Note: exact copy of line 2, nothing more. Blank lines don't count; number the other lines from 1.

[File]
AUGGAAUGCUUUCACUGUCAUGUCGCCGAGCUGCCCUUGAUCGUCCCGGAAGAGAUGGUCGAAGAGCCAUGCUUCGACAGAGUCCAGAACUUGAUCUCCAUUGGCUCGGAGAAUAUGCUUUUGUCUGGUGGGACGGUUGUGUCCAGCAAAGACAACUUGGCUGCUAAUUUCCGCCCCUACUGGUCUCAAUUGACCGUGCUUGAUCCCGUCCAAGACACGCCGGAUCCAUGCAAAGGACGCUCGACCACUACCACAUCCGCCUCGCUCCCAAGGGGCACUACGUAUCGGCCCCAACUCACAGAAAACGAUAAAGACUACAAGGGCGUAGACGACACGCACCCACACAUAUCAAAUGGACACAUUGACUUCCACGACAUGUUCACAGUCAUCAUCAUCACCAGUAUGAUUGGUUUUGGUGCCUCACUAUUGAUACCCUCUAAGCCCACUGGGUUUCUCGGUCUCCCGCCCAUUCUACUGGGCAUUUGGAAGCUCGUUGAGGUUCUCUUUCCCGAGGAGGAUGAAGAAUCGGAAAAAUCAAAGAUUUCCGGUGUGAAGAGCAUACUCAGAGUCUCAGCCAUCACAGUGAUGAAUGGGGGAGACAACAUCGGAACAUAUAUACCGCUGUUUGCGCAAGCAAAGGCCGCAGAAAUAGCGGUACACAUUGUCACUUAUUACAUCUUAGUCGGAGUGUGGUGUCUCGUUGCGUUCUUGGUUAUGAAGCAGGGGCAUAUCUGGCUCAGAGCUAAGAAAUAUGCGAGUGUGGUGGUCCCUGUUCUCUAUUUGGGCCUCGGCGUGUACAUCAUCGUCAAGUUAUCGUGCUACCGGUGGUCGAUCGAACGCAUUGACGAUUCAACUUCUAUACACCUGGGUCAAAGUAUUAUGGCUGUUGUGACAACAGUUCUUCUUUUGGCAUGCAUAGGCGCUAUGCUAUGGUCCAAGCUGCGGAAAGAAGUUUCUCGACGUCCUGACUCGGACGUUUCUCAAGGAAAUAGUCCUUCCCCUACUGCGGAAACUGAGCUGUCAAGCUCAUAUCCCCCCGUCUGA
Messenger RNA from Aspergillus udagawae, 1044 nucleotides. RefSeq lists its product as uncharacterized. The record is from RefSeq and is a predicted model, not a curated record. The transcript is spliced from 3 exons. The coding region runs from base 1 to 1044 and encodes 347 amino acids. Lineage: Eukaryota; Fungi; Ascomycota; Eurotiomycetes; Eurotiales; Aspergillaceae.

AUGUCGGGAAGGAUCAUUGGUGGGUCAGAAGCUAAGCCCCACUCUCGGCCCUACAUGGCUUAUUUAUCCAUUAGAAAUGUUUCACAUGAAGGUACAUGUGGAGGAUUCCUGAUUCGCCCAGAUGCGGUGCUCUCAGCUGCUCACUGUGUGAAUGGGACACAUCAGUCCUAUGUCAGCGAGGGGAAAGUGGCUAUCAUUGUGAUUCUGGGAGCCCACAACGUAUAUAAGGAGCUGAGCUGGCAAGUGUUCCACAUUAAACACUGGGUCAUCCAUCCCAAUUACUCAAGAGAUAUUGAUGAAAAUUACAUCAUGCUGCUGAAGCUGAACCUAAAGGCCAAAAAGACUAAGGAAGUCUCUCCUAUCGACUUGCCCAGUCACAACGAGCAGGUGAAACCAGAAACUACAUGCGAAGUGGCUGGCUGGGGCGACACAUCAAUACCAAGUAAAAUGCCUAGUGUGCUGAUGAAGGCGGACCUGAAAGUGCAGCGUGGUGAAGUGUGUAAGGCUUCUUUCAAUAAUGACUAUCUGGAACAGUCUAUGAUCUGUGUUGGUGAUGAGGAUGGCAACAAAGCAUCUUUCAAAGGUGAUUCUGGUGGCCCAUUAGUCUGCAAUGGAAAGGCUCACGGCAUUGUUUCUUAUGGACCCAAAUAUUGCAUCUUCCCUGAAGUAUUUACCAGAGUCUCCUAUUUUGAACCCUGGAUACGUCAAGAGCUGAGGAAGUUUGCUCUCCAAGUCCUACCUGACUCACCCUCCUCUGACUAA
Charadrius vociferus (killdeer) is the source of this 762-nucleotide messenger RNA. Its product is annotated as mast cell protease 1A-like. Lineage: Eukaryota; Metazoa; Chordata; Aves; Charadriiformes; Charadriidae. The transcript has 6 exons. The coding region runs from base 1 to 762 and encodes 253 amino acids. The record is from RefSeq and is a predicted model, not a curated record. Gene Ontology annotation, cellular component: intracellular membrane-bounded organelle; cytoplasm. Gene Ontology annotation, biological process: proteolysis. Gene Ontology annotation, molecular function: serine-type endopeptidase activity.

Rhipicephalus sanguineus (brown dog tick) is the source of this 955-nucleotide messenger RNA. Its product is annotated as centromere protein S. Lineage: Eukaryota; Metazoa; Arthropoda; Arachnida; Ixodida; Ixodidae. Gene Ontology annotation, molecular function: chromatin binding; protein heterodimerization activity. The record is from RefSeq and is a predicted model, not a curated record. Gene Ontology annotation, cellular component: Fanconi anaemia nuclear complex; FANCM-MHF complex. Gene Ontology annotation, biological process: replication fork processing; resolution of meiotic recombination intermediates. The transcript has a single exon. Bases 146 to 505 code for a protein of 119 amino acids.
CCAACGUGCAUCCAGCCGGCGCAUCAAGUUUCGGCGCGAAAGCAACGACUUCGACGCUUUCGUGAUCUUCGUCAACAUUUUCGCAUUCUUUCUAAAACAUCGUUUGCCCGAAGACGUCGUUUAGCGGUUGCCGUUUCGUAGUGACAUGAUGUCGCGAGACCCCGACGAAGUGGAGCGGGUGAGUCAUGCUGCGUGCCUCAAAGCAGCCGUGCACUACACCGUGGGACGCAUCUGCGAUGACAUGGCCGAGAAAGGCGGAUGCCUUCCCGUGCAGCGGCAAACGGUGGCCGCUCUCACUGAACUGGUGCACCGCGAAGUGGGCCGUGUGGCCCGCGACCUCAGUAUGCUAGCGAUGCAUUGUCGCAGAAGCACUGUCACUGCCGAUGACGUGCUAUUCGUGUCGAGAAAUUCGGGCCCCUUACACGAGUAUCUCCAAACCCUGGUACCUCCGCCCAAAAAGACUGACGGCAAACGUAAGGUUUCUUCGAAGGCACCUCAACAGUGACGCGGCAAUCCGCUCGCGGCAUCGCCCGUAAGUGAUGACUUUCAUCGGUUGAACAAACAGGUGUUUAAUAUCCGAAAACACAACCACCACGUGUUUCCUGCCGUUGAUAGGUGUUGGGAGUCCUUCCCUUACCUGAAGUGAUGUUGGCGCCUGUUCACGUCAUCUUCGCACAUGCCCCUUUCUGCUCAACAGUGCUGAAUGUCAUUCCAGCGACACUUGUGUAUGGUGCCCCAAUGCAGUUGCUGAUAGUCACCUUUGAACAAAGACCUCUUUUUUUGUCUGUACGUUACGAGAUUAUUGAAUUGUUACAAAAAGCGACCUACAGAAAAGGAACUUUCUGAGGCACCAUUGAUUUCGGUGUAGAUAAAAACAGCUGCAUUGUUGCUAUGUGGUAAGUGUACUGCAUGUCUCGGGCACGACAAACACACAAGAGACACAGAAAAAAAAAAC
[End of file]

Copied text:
Messenger RNA from Aspergillus udagawae, 1044 nucleotides. RefSeq lists its product as uncharacterized. The record is from RefSeq and is a predicted model, not a curated record. The transcript is spliced from 3 exons. The coding region runs from base 1 to 1044 and encodes 347 amino acids. Lineage: Eukaryota; Fungi; Ascomycota; Eurotiomycetes; Eurotiales; Aspergillaceae.